Perhaps the highest praise you can give a vegan dish is that it doesn't taste like vegan food.
Thankfully, a lot of dishes at Stuff I Eat pass that test. If you were to somehow miss the menu descriptions, you might not realize your orders of mac and "cheese," enchilada pie, and nachos don't contain any meat or dairy. (Full disclosure, though: I'm mostly vegan, so my taste buds might be biased.)
Los Angeles is hardly hurting for vegan options. But the city of Inglewood, located ten miles south of downtown LA, is an unlikely setting for an all-vegan, mostly organic restaurant. According to data from the US Department of Agriculture, many of the city's residents live in food deserts—low-income areas where they're forced to rely heavily on convenience stores and fast food, as supermarkets aren't readily accessible or affordable. Given locals' limited access to healthy food, it seems like a noble (if lofty) plan to sell them nut-based burgers at reasonable prices.
Is it working, though?
I pose this question to Babette Davis, chef and co-owner of Stuff I Eat. She's 65 and has the body of a 40-year-old Pilates instructor. She interrupts our interview at several points to demonstrate pushups in the middle of the restaurant (not the cheating kind, either); to stand on a chair and sing the "Star Spangled Banner"; to shred cabbage for coleslaw; and to pose for selfies with patrons.
When I have her attention, I prod: "So, are locals actually getting into vegan food?"
The answer: Kind of.
Babette estimates that just over a quarter of her customers live in the surrounding neighborhood. That's better than when she opened the doors in 2008, though.
"It was kind of slow getting people coming in here, in this particular community," she confesses. "Especially when you see the word 'vegan.'" People will often walk in, look at the menu, don't see any meat on it, and walk out.
When this happens, Babette makes it a point to run after them and bribe them with a free wild rice taco. "[After trying it], nine times out of ten, they sit down and they have a meal," she says.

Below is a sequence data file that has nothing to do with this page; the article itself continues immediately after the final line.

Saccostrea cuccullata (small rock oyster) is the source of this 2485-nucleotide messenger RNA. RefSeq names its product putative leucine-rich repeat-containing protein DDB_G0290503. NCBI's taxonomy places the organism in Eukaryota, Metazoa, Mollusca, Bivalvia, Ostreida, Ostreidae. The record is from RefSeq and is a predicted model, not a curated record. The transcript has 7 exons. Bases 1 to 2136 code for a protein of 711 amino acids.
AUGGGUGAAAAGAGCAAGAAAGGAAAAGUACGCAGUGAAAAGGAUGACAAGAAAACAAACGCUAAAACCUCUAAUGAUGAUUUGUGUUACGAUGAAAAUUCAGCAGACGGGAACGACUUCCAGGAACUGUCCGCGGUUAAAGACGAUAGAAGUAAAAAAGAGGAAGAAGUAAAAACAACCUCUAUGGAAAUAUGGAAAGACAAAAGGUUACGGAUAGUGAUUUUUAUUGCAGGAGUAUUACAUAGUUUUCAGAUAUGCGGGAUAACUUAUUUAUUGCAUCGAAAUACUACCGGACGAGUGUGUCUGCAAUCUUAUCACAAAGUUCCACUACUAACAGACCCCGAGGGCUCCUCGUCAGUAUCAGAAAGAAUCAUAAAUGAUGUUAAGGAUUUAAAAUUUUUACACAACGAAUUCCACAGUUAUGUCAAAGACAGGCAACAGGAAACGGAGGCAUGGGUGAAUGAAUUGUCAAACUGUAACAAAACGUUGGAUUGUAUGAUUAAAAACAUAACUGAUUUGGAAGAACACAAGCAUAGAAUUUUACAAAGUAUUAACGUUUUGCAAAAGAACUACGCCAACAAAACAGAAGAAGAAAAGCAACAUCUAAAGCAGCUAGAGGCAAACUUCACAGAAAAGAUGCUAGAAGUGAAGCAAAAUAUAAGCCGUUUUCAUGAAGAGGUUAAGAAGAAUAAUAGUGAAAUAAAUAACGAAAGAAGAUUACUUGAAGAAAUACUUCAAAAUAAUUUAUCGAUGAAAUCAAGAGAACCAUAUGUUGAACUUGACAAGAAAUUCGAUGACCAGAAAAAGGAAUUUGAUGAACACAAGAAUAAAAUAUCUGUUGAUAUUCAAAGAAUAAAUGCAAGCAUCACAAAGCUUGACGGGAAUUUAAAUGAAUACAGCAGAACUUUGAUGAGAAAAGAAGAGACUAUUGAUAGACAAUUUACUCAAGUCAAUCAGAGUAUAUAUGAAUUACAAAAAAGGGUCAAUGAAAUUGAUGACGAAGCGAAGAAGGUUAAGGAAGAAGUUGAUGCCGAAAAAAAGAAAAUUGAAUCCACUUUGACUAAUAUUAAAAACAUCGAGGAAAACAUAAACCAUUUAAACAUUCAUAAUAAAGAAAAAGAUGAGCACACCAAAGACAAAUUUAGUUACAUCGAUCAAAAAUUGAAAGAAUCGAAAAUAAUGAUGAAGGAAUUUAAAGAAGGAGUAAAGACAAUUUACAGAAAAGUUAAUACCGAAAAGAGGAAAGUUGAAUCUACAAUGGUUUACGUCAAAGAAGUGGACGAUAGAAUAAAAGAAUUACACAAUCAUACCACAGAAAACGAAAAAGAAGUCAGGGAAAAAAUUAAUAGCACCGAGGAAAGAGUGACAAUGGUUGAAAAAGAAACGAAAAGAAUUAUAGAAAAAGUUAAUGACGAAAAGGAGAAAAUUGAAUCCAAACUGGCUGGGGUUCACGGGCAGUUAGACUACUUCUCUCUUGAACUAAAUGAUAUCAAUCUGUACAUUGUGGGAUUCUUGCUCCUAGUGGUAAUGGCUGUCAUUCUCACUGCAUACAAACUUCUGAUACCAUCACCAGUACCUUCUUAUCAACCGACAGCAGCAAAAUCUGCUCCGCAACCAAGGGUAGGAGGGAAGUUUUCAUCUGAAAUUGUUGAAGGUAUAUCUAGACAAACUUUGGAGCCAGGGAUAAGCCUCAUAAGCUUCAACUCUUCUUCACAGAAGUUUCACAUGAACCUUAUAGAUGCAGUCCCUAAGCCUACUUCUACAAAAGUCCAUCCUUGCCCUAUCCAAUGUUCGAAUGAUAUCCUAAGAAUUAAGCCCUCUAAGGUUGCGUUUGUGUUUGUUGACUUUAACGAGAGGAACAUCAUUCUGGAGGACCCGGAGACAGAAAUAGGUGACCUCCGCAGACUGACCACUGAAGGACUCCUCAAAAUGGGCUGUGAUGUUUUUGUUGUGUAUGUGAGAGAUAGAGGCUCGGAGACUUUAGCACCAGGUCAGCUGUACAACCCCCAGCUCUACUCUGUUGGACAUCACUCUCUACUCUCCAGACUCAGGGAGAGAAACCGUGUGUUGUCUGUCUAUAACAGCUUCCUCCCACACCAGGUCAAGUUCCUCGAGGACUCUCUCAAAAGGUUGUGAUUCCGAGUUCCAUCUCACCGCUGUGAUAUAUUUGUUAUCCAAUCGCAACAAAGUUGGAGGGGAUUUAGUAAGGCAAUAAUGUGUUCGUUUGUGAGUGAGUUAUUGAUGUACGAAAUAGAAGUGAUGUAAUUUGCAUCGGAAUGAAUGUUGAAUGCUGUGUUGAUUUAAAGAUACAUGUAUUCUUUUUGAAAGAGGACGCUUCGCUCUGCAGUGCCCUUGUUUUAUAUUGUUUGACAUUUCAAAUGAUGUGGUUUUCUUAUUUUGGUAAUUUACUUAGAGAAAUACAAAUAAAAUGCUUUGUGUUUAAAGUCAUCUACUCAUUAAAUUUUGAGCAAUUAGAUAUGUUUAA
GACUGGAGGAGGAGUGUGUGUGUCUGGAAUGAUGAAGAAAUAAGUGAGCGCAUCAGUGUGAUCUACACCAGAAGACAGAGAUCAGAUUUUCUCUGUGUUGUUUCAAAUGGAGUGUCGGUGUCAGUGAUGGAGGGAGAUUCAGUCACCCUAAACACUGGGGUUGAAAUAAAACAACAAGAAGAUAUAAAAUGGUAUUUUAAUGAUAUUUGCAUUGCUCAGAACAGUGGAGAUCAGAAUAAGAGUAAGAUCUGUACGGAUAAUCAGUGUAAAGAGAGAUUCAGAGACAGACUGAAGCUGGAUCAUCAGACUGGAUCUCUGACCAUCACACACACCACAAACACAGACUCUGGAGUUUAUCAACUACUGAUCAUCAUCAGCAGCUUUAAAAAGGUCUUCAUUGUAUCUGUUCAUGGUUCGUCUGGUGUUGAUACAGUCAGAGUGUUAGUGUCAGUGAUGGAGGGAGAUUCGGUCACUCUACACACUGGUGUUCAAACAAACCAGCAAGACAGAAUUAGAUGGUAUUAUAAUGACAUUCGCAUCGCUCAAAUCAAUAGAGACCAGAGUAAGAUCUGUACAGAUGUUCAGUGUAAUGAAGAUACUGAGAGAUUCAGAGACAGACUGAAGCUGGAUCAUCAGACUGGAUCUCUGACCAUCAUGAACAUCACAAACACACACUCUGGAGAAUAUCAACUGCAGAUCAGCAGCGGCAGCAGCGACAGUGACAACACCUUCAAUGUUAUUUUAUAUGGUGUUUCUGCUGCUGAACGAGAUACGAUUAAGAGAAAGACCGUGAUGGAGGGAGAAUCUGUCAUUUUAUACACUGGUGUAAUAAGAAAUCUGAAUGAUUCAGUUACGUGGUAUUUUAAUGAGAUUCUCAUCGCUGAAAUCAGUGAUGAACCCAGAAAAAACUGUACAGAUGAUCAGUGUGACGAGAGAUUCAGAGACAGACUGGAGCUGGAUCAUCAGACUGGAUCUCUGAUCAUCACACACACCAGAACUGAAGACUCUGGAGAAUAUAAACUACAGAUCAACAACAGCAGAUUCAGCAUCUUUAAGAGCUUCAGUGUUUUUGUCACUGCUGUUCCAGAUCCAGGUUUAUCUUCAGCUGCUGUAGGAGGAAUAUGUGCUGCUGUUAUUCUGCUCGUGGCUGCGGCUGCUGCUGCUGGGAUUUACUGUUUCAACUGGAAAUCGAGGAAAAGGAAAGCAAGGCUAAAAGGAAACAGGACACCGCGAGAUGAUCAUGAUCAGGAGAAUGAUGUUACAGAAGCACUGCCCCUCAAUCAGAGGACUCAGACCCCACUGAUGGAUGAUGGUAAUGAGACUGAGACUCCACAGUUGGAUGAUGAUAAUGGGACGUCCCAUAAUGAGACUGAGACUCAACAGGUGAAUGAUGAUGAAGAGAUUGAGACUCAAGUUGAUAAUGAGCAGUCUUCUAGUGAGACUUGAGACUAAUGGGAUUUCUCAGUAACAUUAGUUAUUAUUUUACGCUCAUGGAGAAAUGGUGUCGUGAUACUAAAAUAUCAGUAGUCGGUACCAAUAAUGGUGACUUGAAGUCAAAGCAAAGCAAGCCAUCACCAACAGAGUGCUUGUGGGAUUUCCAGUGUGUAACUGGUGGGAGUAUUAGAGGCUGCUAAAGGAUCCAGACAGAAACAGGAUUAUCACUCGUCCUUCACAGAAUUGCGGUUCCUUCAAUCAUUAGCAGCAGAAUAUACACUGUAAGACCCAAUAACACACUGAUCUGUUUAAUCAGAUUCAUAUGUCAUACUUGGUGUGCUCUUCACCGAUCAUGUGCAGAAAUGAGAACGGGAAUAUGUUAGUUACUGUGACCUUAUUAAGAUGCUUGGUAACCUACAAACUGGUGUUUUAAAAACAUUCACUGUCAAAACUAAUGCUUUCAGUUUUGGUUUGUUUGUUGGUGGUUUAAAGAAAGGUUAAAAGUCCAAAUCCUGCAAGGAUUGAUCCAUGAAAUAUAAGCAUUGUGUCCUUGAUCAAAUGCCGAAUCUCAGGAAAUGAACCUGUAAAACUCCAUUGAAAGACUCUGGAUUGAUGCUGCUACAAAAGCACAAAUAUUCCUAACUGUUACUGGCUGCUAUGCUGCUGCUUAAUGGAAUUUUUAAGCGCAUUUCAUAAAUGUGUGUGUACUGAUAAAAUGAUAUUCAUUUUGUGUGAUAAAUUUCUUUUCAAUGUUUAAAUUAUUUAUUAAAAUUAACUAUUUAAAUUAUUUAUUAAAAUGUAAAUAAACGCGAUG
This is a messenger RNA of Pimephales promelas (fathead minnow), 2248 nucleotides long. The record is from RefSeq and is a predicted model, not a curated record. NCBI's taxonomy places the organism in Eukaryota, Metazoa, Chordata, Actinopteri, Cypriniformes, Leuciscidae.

Still, some people won't try the food, even when it's free. "It gets challenging for [this community] sometimes. Because they're just very stubborn about it: 'I have to have my meat, sorry.' They're carnivores—we get it. We try not to get our feelings hurt, because most people get into it. "
So, why vegan? And why here?
In response to the second question, Babette doesn't bullshit: The rent was cheap. As in $1,700-per-month cheap.
Before she found the place with her husband, co-owner Ron Davis, they had been selling vegan tacos from a food cart part-time. Before that, Babette was using a rented U-Haul, and before that, the back of her Honda Accord.
When they came across this deal, it felt meant to be. And there was a sense of purpose to it, Babette concedes. "We needed to be here to bring this to a community that has so many health issues. Because we lived [here], we knew that there was nothing healthy around to eat. And whenever we wanted to purchase good food or go out to eat, we had to travel across town—[for] vegan food, in particular."
Babette has been vegan for the past 25 years, and these days, most of what she eats is raw. "I like eating live food. I just like eating more life than I do death." She claims she has way more energy this way, although she still eats cooked food from time to time.
Despite maintaining a diet that most people would deem extreme, Babette admits she was on the opposite end of the spectrum a few decades ago. "I thought vegans were Hare Krishnas," she laughs. "Don't give me no herbs! I'm good."
But years of feeling bloated after meals and suffering from chronic indigestion convinced her to make a lifestyle change. Her husband cooked her first vegan meal in 1990, and she hasn't looked back since.
These days, she's one of those people she lampooned all those years ago; her use of Vegenaise and nutritional yeast is now almost comical in its juxtaposition to her past life.
And while she doesn't push her diet on anyone, she speaks candidly about her beliefs when asked about them. "The way that I look and feel is exactly the way that humans are supposed to look and feel," she asserts. "But we do a lot of damage to ourselves because we don't nourish ourselves properly."
Babette isn't shy about the fact that her vegan diet is responsible for her physique. And if that's true—hell, pass the tofu.